This links in with the idea of fate, as fate can’t be organised or forced to follow specific rules, just like a free verse poem. The use of formal diction suggests that the speaker of this poem is a knowledgeable and wise person who knows about both the lives of the two characters talked about in the poem. The poem suggests that the speaker is excited about the two lovers meeting and thinks they are destined to be together. Throughout the poem there is a very joyful tone, which is created by the positive outlook of the speaker and also the imagery used by the poet. Due to this poem being free verse, the use of imagery is less than most other poems, however the poet still creates a scene in your mind through imagery, but also with the use of figurative language.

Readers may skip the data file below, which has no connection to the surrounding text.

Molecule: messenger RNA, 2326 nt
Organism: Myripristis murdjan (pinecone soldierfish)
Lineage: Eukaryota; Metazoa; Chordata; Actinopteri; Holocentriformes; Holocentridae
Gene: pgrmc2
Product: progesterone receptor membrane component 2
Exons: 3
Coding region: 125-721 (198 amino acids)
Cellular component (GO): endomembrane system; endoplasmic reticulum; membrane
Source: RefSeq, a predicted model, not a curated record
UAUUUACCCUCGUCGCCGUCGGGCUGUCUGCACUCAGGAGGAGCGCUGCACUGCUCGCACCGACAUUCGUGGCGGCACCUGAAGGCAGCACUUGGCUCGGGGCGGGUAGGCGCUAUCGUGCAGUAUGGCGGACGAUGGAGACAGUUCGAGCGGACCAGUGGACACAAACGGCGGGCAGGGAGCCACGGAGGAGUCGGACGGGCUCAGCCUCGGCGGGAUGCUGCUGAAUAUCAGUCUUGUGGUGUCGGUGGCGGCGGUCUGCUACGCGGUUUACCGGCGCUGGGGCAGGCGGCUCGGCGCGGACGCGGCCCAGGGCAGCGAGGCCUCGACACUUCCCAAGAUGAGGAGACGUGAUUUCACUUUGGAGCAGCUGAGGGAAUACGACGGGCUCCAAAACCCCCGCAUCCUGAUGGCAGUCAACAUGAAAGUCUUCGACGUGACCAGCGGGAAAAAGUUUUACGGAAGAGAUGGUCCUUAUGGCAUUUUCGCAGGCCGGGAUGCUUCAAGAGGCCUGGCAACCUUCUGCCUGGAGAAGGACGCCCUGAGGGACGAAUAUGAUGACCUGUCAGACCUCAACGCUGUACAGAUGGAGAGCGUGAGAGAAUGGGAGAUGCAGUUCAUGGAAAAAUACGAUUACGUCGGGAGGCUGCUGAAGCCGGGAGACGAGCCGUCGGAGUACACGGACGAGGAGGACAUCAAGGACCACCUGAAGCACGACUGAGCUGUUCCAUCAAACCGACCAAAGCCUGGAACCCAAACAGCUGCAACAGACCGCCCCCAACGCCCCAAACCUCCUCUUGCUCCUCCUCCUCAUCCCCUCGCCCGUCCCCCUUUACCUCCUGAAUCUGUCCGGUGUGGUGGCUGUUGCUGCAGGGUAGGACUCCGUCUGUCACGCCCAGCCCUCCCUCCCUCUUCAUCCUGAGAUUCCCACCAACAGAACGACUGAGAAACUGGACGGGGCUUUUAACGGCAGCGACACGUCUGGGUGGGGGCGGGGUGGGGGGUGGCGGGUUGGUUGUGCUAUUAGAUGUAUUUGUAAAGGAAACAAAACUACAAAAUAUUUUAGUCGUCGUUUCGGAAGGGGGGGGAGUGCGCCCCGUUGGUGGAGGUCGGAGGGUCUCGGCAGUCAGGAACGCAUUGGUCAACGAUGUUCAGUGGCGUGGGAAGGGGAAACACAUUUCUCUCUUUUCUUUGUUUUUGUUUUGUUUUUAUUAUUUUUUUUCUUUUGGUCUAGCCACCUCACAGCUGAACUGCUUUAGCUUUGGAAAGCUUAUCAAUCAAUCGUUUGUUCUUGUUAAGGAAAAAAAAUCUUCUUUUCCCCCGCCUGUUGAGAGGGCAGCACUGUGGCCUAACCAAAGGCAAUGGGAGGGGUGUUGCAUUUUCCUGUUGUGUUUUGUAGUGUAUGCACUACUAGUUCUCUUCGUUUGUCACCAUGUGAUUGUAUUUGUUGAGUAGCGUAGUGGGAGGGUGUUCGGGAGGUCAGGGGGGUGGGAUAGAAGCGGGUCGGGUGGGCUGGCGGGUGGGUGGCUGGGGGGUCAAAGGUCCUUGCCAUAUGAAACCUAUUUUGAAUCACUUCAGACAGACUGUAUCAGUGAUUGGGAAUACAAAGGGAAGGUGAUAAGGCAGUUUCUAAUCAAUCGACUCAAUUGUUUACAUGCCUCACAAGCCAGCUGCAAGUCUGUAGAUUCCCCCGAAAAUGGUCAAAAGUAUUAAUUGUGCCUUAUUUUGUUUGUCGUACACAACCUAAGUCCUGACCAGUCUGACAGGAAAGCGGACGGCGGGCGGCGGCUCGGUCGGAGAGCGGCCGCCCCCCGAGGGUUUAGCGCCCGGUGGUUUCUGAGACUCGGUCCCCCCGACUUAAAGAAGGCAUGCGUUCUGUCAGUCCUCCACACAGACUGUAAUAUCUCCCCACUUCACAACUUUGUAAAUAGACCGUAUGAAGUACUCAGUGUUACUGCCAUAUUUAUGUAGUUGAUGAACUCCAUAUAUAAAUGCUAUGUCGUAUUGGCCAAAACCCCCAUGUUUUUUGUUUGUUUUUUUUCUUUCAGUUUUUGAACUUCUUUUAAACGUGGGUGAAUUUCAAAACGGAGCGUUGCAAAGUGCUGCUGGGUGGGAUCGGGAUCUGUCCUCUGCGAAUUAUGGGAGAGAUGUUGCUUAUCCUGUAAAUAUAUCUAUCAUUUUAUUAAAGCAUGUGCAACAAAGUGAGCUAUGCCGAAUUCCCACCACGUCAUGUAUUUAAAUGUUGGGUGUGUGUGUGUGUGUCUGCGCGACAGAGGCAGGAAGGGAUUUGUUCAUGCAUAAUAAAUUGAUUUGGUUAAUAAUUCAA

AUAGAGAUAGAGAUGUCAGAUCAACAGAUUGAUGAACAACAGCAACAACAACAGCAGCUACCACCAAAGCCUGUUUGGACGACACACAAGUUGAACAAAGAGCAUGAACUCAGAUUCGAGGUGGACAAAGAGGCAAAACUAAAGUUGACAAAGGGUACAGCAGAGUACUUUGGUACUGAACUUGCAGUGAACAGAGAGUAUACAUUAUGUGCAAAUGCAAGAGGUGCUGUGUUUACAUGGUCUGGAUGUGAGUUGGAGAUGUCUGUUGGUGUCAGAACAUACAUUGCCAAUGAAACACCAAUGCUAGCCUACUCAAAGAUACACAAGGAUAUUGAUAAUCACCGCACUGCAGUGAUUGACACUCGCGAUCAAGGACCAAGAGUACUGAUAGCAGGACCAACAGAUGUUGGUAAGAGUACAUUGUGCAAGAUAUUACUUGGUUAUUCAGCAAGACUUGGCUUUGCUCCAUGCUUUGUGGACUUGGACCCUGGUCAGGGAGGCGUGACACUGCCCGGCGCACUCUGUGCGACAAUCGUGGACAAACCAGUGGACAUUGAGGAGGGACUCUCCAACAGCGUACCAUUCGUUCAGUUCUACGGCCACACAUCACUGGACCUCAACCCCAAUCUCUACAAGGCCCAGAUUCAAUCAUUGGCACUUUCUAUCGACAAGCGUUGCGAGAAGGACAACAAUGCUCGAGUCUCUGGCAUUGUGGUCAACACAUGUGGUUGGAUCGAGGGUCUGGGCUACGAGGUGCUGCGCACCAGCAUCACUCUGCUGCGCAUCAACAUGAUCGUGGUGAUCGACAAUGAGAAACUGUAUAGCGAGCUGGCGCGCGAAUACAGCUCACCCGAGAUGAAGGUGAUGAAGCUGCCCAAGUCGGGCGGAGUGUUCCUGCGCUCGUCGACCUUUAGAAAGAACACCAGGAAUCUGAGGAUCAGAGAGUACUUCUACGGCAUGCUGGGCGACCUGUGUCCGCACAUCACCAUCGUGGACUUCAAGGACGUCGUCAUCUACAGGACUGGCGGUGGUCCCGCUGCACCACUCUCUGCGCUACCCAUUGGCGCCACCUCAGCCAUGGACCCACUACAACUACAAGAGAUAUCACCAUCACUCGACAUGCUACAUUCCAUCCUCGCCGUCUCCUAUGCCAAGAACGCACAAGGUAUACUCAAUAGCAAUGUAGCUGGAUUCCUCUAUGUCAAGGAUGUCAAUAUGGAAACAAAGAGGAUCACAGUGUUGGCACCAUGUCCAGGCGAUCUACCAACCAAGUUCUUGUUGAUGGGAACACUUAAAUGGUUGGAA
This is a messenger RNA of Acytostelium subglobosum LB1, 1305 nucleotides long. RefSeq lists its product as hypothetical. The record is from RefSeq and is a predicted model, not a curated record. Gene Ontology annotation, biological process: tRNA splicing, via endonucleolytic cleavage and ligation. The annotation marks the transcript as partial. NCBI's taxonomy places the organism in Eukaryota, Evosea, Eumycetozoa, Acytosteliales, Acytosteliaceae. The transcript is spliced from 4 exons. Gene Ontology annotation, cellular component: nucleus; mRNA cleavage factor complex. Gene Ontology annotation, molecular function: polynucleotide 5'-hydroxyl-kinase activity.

We can tell that he is hurt psychologically as it says ‘unexploded mine buried deep in his mind’ and physically as it says ‘the rungs of his broken ribs’ these are both effects of his traumatic experience at war. The distribution of each stanza could also show the distance that she now has with the subject because of his lack of understanding of his painful experiences and emotions. As a reader, it sounds like she is writing the poem the way she would be saying it, this emphasises the shortness of each stanza and the small steps she has to take to his recovery, which is also shown in the tone of the poem as she sounds in pain, which makes the reader feel sorry for her. However, in ‘Hour’, the poem is separated into four stanzas, which all have four lines each apart from the last stanza which has two lines. Each stanza has emotive language of the writer’s feelings, we know this as it says things such as ‘we are millionaires, backhanding the night’ this gives the reader the impression that their relationship is stable and strong unlike the fragmented relationship in ‘The Manhunt’.